I do have a soft spot for female characters and I get my fix with Young Allies. I am also a sucker for Sean Mckeever writing teenagers. David Baldeon art is a bonus. I am enjoying this action packed issue of Ugly Green Guy trying to eliminate my favorite young teenagers. Between Firestar kicking butt or the special appearance of Thing, Captain America, Spider-Woman and Luke Cage, I can’t decide what’s my favorite part of this issue. Good times overall!
This ‘young heroes’ book doesn’t quite have the originality or sense of purpose of Avengers Academy. It feels like a catch-all for characters who don’t have books of their own (though Spider-Girl and Nomad kind of do). Still, Sean McKeever writes a good ensemble; even though this is mostly a fight issue, each of the characters has distinctive things to do. David Baldeon’s art is fun and colorful, too. Anybody jonesing for a young-hero book that’s a little out of the Marvel mainstream should check out this series.
I know Young Allies doesn’t get a lot of love. I know everyone expects it to be the next book that Marvel cancels. [Marvel has, in fact, canceled it since this review was written.--Ed.] And, I know that maybe—just maybe—the whole Ground Zero thing wasn’t the greatest idea. I don’t care. If you had told me a year ago that I’d read a comic with a prepubescent Leader wannabe (I shall call him “Half-Leader”) as the villain, I would have laughed in your face. Yet here we are. Avengers Academy might get all the accolades (well-deserved though they may be) but, deep down, I prefer Young Allies. The Academy kids were more or less forced to become heroes; the Allies are doing it because it’s the right thing to do. And I love how this issue sets up the possibility that the Young Allies will be the New Avenger’s JV squad: “Next time, don’t call Avengers Tower, call the mansion. We’ll listen to you.” And when Luke Cage tells you he’ll listen, you know he’ll listen.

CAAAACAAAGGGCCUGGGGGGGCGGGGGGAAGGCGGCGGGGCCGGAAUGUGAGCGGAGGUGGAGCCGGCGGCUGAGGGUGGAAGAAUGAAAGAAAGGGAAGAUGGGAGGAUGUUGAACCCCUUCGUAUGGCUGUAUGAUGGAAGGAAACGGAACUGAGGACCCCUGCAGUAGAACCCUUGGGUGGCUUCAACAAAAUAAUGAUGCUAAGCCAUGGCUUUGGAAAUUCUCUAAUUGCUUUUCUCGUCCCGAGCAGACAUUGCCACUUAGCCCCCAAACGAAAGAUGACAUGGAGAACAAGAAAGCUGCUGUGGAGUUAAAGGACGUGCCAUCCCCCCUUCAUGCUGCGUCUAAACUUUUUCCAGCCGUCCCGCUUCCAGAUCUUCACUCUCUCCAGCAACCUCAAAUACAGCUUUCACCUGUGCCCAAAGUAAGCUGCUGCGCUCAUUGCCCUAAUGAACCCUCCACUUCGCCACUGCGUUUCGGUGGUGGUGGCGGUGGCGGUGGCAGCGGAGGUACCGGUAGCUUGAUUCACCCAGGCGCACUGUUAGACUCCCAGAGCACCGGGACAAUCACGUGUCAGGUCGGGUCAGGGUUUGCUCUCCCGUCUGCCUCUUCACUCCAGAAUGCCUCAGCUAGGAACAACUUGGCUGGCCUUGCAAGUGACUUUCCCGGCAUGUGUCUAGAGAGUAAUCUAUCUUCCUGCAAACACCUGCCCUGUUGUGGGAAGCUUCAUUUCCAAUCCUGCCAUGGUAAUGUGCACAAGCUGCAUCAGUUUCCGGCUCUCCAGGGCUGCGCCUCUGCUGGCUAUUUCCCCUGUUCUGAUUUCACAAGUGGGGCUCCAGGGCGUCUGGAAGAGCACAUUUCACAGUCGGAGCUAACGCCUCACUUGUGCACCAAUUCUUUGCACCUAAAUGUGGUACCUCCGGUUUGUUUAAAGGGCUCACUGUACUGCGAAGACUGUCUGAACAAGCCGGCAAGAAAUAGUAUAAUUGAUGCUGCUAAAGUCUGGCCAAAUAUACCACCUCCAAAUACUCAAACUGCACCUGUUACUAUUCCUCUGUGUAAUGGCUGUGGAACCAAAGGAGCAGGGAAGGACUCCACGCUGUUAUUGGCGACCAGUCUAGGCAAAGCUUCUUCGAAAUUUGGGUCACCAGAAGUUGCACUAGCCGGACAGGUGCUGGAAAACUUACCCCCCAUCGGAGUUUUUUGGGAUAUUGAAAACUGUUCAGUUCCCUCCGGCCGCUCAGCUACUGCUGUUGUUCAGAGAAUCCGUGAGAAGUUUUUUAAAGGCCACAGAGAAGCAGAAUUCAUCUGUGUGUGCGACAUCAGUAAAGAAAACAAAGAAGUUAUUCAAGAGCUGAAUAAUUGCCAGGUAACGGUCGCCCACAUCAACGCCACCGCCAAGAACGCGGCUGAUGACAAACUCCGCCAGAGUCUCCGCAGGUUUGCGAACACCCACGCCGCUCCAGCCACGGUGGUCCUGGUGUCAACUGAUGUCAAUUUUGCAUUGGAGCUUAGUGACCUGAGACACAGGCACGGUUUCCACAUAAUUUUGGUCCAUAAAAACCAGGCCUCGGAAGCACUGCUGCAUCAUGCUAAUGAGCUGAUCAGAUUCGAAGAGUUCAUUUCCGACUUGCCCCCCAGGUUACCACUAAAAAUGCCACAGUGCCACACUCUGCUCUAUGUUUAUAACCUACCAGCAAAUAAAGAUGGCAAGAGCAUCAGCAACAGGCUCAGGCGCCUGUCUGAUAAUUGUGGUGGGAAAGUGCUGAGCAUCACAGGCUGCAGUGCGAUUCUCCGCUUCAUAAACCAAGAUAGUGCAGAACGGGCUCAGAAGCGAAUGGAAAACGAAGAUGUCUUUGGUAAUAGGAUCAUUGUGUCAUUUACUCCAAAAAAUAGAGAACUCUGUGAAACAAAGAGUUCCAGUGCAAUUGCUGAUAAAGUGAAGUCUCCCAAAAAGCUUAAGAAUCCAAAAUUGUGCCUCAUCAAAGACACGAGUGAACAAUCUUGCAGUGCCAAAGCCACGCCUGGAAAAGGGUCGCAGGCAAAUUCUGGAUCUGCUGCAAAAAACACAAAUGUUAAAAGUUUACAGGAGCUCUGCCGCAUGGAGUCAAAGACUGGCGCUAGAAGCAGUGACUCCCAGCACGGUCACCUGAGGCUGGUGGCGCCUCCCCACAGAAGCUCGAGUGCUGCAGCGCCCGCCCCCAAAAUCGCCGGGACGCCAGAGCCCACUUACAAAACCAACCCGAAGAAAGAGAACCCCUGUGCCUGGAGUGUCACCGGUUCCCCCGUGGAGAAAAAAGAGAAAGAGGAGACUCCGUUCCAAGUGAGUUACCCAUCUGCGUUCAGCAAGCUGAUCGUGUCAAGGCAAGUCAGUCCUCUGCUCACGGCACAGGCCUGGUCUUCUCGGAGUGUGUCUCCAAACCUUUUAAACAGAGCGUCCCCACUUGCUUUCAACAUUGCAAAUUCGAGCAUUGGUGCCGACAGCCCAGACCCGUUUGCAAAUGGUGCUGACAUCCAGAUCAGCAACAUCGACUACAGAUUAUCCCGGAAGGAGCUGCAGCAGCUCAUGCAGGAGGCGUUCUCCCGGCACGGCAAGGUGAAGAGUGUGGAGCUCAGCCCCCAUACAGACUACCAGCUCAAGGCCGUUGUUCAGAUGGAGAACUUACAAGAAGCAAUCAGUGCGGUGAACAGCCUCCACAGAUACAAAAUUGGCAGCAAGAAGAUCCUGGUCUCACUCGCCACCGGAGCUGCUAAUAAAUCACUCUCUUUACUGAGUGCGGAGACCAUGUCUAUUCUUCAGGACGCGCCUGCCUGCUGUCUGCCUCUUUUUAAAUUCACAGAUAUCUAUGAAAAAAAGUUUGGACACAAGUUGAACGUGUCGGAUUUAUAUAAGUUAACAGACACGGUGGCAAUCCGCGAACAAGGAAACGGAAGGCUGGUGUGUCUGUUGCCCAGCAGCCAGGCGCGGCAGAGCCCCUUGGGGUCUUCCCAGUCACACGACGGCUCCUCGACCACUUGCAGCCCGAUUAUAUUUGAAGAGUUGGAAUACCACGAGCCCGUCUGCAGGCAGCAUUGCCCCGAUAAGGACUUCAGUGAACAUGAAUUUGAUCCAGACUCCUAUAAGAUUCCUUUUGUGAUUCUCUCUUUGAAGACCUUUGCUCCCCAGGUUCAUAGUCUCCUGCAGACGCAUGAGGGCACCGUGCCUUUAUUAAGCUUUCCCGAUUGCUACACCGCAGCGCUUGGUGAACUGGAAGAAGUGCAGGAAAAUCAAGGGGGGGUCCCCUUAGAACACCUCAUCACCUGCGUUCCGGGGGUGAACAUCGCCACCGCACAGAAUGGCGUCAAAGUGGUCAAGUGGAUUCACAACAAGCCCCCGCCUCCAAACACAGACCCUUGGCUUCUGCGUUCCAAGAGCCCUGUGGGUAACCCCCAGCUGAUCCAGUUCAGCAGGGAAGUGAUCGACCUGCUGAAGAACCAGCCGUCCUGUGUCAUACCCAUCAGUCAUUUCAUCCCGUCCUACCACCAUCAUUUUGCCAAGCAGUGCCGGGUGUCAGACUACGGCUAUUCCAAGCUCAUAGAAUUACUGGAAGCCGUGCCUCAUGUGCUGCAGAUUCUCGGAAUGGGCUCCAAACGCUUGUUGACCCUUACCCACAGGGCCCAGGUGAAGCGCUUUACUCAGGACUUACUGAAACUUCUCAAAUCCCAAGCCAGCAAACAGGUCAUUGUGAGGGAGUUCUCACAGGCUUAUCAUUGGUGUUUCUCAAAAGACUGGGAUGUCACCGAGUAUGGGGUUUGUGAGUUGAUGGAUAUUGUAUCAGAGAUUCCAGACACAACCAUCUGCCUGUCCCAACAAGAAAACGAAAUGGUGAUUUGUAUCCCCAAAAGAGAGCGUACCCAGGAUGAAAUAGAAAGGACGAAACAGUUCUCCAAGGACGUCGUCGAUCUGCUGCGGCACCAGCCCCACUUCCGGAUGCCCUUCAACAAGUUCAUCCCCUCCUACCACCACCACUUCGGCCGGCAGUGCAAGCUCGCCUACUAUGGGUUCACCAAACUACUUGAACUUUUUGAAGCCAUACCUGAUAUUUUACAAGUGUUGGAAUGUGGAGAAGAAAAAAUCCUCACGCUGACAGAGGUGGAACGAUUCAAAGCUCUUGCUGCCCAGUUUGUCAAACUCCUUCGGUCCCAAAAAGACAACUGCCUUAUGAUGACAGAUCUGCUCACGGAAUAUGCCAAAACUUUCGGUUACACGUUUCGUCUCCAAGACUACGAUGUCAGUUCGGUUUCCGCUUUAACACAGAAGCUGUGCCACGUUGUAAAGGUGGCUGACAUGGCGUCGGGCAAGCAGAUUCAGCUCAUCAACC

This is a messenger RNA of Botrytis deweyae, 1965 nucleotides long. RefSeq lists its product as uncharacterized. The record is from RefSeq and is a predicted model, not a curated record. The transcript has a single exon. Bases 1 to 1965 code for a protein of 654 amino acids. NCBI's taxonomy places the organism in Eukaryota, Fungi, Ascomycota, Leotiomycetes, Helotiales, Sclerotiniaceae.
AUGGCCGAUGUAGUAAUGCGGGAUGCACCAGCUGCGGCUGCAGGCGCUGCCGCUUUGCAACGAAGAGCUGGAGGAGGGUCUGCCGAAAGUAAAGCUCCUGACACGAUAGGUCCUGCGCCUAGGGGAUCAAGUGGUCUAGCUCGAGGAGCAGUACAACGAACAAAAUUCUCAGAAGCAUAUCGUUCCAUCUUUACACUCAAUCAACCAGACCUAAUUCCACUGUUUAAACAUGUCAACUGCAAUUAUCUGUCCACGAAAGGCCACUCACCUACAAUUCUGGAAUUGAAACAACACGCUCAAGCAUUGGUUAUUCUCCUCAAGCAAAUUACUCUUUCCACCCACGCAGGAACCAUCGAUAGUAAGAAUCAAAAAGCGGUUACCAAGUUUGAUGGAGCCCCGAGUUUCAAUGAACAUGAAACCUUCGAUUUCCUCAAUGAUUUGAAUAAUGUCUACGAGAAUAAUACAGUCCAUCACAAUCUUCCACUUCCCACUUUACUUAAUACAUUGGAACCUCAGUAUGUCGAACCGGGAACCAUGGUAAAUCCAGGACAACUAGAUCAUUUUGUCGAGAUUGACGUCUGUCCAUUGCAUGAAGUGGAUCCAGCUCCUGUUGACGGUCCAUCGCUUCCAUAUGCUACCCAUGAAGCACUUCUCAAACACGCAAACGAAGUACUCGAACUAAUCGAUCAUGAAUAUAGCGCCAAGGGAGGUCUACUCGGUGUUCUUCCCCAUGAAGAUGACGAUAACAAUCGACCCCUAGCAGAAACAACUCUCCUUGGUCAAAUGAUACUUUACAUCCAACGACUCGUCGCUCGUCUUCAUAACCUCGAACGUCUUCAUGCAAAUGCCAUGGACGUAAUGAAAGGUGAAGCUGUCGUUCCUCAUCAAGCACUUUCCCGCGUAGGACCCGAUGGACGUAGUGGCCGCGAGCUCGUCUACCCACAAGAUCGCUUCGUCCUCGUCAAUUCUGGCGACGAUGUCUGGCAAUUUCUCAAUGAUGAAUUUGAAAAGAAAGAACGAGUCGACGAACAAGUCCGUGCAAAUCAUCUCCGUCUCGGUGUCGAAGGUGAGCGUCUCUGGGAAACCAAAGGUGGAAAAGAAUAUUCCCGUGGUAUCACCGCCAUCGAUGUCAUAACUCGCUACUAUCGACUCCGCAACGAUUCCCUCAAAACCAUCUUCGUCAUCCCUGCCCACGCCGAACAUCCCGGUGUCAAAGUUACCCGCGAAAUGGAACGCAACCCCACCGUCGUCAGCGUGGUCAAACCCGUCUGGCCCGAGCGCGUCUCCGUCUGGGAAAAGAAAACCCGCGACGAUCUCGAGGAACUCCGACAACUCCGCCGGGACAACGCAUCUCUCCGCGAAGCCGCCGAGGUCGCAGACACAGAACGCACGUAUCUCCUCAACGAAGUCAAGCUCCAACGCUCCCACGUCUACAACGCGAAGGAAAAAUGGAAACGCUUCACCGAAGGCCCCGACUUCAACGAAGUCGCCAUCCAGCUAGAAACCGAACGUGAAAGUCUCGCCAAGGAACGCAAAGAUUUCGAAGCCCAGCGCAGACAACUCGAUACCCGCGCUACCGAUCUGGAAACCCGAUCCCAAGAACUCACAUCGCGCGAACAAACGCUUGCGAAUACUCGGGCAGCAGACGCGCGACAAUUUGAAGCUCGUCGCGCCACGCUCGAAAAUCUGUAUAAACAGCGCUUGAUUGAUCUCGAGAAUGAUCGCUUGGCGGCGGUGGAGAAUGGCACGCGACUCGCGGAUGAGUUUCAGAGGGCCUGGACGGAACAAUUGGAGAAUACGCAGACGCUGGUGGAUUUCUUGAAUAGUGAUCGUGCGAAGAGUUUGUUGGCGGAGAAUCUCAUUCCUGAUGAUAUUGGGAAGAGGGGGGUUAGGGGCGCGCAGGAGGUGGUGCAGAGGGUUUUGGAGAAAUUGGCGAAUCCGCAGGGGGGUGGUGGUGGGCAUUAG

Writer Sean McKeever’s strength is in characterization, so an issue like this, which consists primarily of an extended fight scene, doesn’t quite match up to the book’s heights. However, the reveal about the Leader’s son brainwashing the “Bastards of Evil” into believing themselves the children of supervillains was well-handled, and certain character moments, particularly Firestar’s willingness to put herself in danger, and the revelation of her cancer to her teammate, Gravity, brightened up an otherwise humdrum issue. The Avengers cameo was also a pleasant surprise, particularly Bucky’s invocation of the original “Young Allies” and Nomad’s (so far unilateral) interest in using the name. I look forward to future issues, and hope for an increased focus on the relationships between Nomad, Arana, and Toro, who have been my favorite parts of the book since day one.